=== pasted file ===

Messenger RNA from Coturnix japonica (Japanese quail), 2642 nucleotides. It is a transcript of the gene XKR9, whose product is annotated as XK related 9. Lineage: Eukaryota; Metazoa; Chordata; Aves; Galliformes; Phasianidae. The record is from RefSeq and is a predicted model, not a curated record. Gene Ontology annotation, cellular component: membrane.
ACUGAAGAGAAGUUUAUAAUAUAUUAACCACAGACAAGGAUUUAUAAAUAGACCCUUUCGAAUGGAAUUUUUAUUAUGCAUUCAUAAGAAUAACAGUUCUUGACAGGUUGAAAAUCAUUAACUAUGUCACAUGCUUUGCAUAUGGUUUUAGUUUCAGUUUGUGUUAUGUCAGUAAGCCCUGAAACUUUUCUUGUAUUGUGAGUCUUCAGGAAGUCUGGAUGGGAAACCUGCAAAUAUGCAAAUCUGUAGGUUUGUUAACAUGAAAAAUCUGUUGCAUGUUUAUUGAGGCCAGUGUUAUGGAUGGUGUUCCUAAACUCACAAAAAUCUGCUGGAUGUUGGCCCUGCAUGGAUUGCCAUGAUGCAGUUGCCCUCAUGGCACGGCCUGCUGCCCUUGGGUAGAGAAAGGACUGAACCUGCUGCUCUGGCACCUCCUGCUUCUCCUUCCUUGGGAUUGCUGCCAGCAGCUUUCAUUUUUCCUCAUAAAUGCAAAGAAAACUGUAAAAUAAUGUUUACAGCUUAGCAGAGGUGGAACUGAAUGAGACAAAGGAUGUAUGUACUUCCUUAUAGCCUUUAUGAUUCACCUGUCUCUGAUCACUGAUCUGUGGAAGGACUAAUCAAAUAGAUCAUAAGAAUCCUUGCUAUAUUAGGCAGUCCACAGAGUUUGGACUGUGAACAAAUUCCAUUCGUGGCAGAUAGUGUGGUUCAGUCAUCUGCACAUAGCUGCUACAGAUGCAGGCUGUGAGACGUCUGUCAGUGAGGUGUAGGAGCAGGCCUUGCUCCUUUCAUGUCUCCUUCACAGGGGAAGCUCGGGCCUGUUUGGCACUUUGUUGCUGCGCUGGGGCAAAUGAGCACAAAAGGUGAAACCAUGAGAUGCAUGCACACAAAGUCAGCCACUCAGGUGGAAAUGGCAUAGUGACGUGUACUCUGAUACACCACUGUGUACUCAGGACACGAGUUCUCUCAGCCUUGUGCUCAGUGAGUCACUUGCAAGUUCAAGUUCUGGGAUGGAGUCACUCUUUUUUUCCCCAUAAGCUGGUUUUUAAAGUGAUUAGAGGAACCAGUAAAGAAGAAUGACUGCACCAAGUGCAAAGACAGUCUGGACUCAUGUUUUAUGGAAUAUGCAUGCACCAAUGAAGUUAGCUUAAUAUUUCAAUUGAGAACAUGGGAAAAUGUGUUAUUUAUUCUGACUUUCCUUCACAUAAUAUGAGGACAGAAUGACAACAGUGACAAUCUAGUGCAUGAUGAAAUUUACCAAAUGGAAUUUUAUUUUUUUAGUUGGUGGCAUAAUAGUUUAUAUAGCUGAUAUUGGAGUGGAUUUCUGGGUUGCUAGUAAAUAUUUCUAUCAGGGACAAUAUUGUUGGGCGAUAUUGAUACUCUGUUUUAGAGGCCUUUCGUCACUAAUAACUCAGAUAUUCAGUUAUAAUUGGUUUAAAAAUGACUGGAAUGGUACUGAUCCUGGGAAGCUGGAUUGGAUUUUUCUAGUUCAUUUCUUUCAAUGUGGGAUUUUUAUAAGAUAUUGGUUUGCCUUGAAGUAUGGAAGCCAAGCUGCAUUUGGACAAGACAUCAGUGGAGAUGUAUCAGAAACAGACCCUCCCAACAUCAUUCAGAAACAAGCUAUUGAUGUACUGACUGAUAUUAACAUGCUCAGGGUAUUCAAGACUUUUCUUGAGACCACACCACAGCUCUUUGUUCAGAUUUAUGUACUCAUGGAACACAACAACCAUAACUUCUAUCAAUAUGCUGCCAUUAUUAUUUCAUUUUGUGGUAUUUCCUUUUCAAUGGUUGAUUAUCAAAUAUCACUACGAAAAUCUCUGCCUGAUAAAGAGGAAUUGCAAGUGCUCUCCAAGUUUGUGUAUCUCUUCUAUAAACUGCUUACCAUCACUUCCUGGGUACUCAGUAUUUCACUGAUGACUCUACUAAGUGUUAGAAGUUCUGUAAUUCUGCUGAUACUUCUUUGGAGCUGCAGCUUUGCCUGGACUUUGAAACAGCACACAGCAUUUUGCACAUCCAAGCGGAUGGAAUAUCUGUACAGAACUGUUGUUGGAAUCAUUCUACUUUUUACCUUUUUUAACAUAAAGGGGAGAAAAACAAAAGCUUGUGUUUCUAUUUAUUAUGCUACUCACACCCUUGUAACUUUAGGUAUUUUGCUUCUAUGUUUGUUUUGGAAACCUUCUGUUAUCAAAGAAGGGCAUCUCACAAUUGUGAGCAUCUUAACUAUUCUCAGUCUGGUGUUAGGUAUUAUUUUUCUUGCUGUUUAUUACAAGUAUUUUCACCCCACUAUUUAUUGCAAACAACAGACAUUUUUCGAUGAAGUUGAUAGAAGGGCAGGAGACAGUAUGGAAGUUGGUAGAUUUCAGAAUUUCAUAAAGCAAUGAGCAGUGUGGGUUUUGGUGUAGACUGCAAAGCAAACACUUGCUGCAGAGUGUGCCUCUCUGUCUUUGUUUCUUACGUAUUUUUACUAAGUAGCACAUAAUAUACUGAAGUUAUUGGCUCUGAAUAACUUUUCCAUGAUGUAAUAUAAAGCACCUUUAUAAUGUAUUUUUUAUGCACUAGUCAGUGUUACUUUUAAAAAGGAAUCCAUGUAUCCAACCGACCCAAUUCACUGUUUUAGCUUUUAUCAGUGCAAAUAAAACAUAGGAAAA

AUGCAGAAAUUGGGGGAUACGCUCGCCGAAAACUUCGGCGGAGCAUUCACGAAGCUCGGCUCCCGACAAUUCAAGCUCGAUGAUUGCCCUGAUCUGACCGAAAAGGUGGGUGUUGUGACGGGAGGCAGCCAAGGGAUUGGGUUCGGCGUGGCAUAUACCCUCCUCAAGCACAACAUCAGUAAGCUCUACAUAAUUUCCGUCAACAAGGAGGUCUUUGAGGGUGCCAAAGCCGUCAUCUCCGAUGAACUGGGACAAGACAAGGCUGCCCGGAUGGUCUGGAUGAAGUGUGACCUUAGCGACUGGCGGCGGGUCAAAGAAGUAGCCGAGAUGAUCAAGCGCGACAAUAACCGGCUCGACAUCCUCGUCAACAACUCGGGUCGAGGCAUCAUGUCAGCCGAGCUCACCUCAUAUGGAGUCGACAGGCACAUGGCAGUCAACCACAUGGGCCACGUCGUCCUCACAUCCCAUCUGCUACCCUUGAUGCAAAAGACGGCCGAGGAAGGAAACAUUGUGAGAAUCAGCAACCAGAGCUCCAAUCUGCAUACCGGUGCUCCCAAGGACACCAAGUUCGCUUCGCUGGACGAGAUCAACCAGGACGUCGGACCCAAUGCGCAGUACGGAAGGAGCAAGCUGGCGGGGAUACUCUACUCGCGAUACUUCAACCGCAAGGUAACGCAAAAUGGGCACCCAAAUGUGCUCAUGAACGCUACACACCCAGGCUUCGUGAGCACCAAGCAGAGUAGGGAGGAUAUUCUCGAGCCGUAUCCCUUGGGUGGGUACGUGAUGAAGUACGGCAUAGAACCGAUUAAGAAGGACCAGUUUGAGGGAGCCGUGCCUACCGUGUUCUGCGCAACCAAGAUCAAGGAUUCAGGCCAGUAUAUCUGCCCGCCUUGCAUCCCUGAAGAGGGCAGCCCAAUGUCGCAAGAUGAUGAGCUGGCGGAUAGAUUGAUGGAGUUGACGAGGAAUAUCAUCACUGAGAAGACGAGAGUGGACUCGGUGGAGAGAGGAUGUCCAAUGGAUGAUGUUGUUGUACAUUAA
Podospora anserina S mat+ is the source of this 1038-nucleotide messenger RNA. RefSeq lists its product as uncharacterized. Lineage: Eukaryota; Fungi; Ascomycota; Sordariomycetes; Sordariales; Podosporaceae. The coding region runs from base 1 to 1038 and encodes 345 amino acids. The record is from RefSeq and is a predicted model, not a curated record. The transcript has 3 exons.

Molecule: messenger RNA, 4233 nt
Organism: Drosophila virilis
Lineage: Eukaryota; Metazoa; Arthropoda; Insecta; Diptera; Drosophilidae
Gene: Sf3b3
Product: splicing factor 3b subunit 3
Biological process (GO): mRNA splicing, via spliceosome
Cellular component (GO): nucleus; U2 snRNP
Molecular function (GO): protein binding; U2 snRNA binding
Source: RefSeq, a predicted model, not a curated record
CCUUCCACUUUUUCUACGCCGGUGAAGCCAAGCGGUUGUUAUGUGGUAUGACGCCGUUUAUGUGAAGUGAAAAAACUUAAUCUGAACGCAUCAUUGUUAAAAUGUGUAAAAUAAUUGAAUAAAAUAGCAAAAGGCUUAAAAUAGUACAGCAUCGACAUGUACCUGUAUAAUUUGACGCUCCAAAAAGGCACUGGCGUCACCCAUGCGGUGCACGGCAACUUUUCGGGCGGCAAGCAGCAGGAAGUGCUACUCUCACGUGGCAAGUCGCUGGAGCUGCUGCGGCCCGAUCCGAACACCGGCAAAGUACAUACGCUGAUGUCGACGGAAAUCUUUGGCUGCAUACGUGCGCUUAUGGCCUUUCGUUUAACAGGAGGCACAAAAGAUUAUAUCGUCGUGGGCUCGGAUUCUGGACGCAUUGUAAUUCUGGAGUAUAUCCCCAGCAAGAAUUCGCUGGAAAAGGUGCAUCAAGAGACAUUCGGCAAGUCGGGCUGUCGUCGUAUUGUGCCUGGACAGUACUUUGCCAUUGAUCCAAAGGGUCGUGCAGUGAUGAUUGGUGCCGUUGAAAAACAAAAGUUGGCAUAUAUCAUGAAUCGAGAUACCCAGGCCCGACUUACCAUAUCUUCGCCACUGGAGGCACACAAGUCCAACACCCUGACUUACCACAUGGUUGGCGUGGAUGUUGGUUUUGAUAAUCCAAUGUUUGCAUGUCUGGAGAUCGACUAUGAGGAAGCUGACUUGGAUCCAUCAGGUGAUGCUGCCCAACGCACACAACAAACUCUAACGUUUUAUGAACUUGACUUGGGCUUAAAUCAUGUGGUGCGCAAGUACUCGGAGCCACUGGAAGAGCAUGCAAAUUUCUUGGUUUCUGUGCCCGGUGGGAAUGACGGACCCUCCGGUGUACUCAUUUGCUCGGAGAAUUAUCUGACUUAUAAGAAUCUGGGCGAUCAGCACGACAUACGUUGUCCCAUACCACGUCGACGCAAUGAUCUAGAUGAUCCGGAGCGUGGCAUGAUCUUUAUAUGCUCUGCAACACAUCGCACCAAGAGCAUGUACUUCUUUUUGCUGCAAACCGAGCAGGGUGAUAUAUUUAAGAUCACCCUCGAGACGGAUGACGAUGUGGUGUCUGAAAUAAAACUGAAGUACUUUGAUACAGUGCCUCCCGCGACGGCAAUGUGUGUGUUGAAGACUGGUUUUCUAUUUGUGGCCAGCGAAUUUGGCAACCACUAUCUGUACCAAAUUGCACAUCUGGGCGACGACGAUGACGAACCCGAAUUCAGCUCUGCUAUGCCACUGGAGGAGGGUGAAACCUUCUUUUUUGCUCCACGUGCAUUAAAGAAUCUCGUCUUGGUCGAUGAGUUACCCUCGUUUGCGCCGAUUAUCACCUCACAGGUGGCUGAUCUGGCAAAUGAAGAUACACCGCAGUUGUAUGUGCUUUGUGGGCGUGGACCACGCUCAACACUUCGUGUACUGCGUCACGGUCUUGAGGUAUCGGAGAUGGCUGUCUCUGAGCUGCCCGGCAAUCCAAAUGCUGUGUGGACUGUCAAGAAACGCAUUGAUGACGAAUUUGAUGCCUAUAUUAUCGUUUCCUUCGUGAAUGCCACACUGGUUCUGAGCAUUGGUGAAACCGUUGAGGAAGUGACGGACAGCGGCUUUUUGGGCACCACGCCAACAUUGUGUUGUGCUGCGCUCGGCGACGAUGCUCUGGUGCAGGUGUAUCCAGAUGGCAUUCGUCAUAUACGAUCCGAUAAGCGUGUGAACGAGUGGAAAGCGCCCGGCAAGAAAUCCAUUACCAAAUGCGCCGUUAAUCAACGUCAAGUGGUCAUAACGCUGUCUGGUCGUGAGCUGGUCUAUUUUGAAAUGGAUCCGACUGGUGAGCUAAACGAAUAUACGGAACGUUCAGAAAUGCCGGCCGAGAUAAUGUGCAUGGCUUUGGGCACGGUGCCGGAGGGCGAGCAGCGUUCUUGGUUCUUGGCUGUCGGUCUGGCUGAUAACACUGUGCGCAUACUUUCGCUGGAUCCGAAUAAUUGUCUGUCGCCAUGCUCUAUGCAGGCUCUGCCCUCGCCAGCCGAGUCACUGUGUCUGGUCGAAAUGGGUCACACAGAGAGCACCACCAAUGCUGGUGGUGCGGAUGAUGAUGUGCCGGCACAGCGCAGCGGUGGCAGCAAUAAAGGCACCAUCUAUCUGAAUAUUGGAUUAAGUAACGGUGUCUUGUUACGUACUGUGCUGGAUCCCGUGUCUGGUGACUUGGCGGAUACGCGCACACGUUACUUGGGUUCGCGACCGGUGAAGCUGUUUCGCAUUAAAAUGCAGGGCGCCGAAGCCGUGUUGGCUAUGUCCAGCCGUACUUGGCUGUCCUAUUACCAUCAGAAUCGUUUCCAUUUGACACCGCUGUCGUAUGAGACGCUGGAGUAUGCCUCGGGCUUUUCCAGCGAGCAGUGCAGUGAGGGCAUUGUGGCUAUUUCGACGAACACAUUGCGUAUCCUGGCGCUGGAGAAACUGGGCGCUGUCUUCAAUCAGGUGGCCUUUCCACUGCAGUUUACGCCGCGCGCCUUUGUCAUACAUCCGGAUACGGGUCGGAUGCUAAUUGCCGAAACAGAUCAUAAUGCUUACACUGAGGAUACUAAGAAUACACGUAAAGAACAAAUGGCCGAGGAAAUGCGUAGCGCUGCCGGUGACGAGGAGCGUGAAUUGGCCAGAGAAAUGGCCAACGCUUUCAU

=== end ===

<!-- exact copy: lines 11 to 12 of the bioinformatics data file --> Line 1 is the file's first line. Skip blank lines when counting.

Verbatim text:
Cellular component (GO): nucleus; U2 snRNP
Molecular function (GO): protein binding; U2 snRNA binding